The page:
NEW ORLEANS -- Jarrett Lee began the first game of LSU's season as its starting quarterback. He'll end the Tigers' last practice as their backup center and guard?
Wait. What? How did Lee go from a quarterback to a 206-pound offensive lineman?
"We're switching jerseys with the centers," said Lee. "They wear our jerseys, we wear theirs. That's for the final practice."
Oh, OK. So Lee will swap numbers with fellow fifth-year senior guard/center T-Bob Hebert for Saturday's workout at the New Orleans Saints' facility. Lee will wear the massive No. 53 jersey of the 304-pound lineman. Hebert will try to squeeze into Lee's No. 12.
"It's definitely a sight to see," said Hebert, who came to LSU the same year as Lee. "There's a lot of guts hanging out. And a lot of oversized mini-skirt-looking jerseys going on."
Said Lee: "I've got a lot of experience with him."
Lee has a lot of experience with everything. His bizarre LSU career has been an elevator ride up and down the depth chart, with stops for a national championship in 2007 and, who knows, maybe another one after Monday's night's Allstate BCS National Championship against Alabama.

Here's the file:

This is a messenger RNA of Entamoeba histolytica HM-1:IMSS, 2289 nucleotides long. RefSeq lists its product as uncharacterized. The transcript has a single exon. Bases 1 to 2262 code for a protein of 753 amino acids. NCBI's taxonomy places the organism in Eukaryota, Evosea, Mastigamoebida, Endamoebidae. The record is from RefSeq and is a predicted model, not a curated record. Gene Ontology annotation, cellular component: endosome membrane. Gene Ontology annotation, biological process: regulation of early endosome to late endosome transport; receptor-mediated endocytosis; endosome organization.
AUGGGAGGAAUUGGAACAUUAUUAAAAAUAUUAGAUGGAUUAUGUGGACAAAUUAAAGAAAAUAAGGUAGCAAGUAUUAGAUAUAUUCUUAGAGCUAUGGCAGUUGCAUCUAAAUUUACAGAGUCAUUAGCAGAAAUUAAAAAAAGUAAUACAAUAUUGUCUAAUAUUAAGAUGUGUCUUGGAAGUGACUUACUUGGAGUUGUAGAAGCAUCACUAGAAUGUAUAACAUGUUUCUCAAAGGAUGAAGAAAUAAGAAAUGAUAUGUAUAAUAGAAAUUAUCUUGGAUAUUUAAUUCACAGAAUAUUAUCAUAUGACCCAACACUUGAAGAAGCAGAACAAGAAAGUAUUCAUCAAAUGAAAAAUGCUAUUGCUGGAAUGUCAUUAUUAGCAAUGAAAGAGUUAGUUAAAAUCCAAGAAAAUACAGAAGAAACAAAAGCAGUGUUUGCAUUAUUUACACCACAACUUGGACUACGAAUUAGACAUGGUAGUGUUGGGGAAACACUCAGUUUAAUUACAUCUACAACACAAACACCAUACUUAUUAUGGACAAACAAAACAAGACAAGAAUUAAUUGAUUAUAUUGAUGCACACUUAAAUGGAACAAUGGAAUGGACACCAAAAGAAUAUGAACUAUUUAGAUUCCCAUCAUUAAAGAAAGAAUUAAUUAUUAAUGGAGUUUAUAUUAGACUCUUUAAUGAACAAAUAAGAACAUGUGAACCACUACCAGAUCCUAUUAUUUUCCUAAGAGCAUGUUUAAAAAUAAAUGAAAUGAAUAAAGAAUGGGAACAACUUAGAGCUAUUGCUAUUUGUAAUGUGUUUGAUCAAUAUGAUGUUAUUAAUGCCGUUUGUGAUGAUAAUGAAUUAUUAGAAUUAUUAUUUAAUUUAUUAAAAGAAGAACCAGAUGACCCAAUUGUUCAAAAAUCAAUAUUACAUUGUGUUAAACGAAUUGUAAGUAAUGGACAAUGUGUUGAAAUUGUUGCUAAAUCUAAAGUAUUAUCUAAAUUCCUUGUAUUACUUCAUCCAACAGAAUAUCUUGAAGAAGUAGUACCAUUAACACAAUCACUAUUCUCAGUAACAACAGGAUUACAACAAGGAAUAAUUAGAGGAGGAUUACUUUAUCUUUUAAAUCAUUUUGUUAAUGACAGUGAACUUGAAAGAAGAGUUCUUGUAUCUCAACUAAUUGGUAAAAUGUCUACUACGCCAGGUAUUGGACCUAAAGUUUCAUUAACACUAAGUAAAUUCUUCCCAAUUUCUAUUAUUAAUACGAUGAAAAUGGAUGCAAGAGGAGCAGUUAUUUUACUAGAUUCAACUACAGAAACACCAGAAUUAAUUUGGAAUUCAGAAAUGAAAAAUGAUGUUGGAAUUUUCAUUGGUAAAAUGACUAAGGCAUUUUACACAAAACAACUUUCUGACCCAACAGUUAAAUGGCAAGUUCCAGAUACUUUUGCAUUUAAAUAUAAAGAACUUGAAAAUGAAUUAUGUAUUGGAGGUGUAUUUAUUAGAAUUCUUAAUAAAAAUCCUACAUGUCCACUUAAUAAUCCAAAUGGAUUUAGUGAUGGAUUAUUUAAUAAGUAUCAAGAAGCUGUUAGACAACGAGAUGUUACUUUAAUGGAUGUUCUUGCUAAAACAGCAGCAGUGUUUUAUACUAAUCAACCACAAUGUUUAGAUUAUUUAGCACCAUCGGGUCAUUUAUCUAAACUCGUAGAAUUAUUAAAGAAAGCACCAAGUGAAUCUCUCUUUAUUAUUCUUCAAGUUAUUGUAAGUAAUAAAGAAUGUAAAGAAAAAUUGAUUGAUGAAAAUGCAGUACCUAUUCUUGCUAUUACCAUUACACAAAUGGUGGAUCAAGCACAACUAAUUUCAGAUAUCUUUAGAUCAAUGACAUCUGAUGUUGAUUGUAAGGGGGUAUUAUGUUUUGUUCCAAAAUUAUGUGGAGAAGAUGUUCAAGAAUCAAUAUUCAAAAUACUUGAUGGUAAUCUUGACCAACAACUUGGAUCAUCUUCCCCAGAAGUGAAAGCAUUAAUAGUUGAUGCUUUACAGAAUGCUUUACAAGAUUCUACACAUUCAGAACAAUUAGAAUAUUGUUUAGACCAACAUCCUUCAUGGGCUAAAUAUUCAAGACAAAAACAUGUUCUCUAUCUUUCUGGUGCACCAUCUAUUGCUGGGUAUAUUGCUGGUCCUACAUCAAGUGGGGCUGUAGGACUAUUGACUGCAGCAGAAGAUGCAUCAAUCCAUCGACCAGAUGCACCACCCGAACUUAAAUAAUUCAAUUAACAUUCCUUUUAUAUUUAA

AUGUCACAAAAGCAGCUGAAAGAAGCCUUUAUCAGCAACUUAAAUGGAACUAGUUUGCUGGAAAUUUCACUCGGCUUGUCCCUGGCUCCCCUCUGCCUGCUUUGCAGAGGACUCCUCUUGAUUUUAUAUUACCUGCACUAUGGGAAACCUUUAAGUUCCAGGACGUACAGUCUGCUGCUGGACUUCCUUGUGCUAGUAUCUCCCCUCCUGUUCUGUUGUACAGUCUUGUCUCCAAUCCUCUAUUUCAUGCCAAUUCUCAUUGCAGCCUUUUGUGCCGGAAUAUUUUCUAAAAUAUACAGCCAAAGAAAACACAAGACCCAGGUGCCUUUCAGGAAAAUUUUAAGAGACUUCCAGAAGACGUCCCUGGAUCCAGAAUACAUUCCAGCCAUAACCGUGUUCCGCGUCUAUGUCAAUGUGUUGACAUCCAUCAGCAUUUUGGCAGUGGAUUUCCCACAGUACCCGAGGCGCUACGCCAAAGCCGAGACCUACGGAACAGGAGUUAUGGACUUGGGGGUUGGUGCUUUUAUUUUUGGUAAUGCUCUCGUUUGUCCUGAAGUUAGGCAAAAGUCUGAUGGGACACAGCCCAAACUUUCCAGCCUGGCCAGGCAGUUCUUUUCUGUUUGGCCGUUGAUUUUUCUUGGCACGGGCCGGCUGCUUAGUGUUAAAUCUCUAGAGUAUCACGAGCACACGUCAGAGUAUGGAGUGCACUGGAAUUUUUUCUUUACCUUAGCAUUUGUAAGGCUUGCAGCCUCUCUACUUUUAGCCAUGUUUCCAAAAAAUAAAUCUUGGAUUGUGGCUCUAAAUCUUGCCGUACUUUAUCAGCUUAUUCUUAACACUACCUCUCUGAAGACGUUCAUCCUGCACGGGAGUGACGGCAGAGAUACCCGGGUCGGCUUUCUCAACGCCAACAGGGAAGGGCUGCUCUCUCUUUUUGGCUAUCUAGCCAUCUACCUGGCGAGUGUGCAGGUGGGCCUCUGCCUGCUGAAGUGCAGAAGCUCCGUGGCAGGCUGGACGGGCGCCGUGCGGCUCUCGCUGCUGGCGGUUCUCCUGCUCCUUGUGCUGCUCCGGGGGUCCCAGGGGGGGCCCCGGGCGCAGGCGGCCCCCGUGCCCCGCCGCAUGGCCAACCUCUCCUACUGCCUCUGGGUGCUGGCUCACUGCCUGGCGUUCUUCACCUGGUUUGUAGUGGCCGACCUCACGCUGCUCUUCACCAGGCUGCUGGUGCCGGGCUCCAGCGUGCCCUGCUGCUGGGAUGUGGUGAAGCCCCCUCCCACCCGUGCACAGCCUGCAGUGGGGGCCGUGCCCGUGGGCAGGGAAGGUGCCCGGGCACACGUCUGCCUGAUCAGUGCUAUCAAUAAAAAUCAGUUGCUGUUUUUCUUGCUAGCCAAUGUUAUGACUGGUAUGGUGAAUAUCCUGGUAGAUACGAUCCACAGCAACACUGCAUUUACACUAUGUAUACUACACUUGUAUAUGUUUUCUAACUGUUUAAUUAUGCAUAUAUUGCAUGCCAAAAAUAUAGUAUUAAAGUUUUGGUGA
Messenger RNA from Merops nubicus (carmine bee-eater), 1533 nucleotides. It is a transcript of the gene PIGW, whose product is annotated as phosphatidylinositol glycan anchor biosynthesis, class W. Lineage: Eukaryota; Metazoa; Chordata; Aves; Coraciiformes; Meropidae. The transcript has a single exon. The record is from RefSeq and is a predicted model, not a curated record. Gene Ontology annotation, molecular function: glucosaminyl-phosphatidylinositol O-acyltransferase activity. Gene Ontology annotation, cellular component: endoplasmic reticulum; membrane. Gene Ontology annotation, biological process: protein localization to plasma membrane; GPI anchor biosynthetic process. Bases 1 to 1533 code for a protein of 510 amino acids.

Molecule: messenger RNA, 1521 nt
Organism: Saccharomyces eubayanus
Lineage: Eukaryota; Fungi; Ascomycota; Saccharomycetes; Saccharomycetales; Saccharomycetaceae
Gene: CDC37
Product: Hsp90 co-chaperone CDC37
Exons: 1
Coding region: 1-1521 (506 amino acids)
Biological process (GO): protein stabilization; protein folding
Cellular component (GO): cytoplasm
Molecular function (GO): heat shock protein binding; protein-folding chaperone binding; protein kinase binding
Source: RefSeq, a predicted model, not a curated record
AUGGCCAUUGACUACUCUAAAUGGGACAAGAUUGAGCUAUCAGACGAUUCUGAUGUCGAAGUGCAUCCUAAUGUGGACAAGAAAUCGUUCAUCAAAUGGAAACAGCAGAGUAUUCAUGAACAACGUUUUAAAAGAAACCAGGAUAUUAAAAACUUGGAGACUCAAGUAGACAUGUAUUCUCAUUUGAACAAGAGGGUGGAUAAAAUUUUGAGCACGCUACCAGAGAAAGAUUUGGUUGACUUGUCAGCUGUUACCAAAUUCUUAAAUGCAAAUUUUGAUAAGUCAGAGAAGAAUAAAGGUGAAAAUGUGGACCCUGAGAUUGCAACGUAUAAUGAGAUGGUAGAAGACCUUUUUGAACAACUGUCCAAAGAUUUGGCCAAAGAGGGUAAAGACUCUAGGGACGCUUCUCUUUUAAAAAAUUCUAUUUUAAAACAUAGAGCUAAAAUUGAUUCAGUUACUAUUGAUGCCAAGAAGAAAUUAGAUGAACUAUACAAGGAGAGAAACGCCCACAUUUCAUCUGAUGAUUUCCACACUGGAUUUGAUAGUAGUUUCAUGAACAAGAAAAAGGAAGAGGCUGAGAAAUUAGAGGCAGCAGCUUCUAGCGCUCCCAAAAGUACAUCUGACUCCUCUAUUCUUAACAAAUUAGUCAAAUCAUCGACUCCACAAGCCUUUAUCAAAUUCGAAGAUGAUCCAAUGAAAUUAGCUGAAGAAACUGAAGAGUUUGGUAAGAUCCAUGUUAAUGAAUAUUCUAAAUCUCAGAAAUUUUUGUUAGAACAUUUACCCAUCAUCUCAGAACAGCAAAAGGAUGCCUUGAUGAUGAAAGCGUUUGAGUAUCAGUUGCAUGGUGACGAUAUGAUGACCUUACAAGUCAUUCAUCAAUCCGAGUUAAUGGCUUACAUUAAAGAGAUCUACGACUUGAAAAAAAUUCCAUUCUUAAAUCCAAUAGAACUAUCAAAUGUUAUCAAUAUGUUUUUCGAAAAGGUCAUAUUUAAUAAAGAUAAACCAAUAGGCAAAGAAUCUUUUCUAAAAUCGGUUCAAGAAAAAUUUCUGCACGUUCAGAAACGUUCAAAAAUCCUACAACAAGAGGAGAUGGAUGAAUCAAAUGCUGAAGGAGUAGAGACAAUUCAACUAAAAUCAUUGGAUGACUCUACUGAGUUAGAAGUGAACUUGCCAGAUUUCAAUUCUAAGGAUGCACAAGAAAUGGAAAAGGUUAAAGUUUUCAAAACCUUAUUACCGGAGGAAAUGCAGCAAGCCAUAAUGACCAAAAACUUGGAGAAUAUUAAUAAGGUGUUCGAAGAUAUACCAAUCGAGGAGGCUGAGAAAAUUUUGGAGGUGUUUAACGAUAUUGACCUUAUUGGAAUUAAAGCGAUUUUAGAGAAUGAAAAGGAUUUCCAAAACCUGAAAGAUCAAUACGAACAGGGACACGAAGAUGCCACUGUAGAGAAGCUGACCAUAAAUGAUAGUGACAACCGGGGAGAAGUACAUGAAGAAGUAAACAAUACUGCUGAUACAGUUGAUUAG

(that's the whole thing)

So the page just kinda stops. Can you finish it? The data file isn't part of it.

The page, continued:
He's been the big-time recruit. The frustrated player who thought about transferring over lack of playing time. The emotionally fragile quarterback who couldn't shake a botched throw.
In 2011, he went from potential third-stringer to starter and then back to second-teamer. But without him, LSU wouldn't be No. 1, undefeated and four quarters from another ring fitting. CBS analyst Gary Danielson even said during a late-season broadcast that Lee would be his choice as the Tigers' team MVP. And he's right.
"It's been wild," Lee said. "It sure has. I don't regret it all. It's helped me grow, not only as a player, but as a person. Moments like this -- being part of this special team -- well, I don't regret anything that's happened to me at all."